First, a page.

On my flight to Prague, I got the chance to read the book Professional WordPress Plugin Development by Brad Williams, Ozh Richard, and Justin Tadlock. After 9 hours of intense reading, all I can say is that I was amazed. This is one of the best resources I have seen to date for plugin developers who want to learn to do things the right way.
This book is a dream come true for anyone who is just starting out developing plugins for WordPress. Normally you have to spend countless hours of digging through code, google search results just to find half-finished instructions. This book is a handy resource full of best practices that I wish were told to me when I started coding.
This book is a great resource for freelancers who want to expand their knowledge and skills. While it has tons of best practices and examples, it also helps you understand the inner workings of WordPress functionality.
Professional Plugin development book starts out by explaining what is a plugin, why they are important, and how you should install and manage them. It then dives into explaining the plugin foundation, sanity practices, coding standards, and development checklist. The book extensively covers WordPress action and filter hooks as well as showing you how to create your own custom hooks. It later dives into showing you how to create a user-interface for your plugin settings by adding meta boxes, creating widgets, adding menus and sub menus, and more. There is a very useful chapter that goes into plugin security which included data sanitization, nonces, user permissions, security good habits etc. There is a chapter which explains all about the WordPress APIs including the options API, settings API, transients API and such. My personal favorite chapter was the one that dealt with users and custom post types. IT shows how you can set specific functionalities for pre-defined user roles, limit access, customize roles and such. The custom post types chapter focused on how to extend your plugin functionalities to custom post types and taxonomies.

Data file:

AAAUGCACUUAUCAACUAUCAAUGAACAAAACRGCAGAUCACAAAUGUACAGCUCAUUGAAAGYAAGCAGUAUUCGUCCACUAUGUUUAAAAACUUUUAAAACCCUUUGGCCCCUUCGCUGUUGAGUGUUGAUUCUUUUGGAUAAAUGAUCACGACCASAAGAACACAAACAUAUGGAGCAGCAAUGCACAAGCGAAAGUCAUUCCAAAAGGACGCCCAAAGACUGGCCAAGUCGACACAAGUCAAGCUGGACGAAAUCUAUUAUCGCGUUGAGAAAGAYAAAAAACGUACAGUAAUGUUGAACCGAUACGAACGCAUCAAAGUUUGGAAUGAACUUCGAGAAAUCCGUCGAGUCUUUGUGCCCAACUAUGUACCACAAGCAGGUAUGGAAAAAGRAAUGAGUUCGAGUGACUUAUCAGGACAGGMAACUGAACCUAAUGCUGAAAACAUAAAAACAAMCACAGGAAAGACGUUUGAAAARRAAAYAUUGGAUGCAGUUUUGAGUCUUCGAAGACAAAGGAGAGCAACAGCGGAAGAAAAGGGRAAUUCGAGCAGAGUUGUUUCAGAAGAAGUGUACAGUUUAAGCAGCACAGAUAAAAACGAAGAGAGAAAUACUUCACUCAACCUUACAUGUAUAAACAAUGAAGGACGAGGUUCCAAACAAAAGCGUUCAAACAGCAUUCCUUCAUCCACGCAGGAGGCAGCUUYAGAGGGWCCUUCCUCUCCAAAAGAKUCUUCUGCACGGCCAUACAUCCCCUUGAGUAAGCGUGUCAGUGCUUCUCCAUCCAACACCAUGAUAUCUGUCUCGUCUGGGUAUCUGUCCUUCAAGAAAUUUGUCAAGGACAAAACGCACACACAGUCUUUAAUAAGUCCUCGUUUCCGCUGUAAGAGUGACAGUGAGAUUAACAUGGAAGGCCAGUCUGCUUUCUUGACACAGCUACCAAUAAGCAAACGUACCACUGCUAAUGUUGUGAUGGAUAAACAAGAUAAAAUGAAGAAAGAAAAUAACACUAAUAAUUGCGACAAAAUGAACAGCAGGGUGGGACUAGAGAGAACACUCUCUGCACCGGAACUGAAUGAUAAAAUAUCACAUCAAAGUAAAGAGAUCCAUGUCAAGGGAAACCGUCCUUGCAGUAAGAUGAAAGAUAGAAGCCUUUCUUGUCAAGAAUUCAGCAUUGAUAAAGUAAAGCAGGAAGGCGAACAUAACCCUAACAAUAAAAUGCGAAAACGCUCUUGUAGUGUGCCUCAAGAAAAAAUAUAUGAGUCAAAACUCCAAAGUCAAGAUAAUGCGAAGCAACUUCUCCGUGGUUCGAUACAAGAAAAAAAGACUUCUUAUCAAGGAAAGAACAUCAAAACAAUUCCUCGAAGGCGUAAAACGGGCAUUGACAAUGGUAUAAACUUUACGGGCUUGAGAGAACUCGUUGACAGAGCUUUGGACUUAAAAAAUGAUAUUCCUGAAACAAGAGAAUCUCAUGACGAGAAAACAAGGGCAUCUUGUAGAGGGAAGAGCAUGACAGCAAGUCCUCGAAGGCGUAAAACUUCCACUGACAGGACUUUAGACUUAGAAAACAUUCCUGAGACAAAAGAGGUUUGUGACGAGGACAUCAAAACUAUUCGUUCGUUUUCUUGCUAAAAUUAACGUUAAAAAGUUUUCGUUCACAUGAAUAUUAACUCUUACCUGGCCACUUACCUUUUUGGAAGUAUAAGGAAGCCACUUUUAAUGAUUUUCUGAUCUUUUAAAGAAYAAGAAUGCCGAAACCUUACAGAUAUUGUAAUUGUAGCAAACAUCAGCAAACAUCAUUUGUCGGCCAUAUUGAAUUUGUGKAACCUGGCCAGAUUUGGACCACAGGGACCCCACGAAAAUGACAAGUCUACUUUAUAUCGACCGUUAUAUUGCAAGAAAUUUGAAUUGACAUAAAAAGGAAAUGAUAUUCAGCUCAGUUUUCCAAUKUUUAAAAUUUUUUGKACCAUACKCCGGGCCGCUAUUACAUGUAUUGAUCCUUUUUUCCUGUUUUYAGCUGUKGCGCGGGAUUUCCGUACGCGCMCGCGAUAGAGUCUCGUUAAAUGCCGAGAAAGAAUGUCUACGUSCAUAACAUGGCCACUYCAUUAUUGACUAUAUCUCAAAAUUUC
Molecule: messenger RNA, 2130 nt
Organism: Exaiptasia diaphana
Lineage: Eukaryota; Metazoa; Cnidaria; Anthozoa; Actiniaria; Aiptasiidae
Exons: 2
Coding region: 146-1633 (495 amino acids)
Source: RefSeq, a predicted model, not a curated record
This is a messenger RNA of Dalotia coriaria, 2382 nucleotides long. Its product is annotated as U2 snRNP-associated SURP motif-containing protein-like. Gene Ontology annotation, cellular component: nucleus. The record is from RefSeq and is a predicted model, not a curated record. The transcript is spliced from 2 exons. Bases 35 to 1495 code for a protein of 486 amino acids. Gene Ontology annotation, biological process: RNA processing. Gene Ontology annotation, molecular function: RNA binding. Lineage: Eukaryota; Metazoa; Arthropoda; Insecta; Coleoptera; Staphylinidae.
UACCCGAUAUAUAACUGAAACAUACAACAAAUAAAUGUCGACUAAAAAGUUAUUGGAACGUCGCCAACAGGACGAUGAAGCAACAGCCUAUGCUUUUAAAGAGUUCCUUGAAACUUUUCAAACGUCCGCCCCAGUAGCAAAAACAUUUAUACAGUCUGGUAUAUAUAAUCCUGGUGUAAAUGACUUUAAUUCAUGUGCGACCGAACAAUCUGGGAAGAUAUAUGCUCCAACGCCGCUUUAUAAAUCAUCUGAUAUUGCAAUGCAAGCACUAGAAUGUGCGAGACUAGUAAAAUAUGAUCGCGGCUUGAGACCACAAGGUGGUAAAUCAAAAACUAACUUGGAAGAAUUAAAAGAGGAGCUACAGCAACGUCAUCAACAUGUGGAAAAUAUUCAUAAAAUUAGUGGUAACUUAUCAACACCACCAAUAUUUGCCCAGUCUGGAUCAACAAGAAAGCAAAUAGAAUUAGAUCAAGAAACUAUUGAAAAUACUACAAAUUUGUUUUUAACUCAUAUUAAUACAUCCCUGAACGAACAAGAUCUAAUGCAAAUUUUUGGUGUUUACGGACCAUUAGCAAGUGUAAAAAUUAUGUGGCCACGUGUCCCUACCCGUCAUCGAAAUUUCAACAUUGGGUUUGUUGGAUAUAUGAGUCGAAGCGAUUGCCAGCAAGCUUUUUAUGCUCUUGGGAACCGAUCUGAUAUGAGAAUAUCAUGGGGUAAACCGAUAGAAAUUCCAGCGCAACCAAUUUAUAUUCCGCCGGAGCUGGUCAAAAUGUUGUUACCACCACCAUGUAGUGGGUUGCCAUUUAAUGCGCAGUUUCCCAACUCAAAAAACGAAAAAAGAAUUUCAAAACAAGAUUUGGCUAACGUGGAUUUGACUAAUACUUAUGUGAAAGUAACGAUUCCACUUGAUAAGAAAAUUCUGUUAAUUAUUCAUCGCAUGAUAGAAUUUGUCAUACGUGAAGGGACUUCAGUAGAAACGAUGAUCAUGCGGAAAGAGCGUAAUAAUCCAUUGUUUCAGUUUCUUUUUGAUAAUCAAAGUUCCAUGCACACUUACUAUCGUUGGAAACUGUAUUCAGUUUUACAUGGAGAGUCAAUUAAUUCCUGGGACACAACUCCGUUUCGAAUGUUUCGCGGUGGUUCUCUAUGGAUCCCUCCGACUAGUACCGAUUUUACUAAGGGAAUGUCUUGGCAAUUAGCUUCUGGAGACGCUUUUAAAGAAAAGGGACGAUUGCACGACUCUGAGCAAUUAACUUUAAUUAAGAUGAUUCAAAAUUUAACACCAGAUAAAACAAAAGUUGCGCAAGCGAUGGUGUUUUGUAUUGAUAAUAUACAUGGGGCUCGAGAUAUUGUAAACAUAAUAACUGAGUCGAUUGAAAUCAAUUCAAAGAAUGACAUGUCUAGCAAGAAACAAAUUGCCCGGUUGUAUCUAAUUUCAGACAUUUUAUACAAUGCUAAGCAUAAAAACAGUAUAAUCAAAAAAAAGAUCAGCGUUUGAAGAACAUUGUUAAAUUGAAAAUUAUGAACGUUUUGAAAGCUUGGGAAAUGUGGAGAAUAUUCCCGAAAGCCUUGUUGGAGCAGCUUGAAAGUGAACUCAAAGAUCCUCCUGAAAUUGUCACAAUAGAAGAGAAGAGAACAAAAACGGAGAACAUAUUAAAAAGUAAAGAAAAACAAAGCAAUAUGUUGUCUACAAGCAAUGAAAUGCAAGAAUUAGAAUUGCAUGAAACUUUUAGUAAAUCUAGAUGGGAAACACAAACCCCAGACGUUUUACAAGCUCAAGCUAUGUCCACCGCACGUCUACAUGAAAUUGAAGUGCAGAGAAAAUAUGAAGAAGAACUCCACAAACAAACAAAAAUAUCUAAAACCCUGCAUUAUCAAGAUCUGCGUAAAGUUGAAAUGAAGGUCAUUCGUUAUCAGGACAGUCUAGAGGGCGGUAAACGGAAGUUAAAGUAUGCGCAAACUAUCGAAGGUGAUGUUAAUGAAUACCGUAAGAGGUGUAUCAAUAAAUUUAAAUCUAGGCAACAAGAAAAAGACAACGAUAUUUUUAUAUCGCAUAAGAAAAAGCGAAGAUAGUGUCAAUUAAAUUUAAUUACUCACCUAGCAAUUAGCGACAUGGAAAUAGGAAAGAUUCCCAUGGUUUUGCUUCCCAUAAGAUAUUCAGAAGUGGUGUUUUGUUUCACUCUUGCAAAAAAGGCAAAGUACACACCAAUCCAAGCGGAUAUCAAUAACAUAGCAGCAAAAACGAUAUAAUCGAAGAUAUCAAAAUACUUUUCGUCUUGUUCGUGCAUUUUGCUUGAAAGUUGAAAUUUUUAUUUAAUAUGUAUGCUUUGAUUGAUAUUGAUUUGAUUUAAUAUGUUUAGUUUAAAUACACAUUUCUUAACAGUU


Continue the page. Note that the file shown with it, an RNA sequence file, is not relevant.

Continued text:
The book also had crash courses on HTTP API, Shortcode API, jQuery and Ajax and Cron events. There was a very good chapter on debugging and optimizing your plugins for errors and bugs. I’m certainly going to be using this chapter a lot for my future plugins. There was a chapter that showed you how to marketing your plugin and submit it to WordPress.org. What Brad forgot to mention there was that if you create a plugin, and you let us know at WPBeginner, then we will do an article about it for you. Giving you a little boost from our audience.
The last chapter was the developer toolbox which included tools, resources, and websites that you can use to learn more.
Brad, Ozh, and Justin are all amazing developers with tons of experience and awesome plugins that you probably are using on your WordPress install right now. They have worked with numerous big name clients and are highly reputed within the WordPress community for their contributions.
I would give this book a 5 out of 5 for clarity and quality content. If you want to learn a bit more about plugin development and best practices or expand your horizon and skillset, then this is the book you need to read.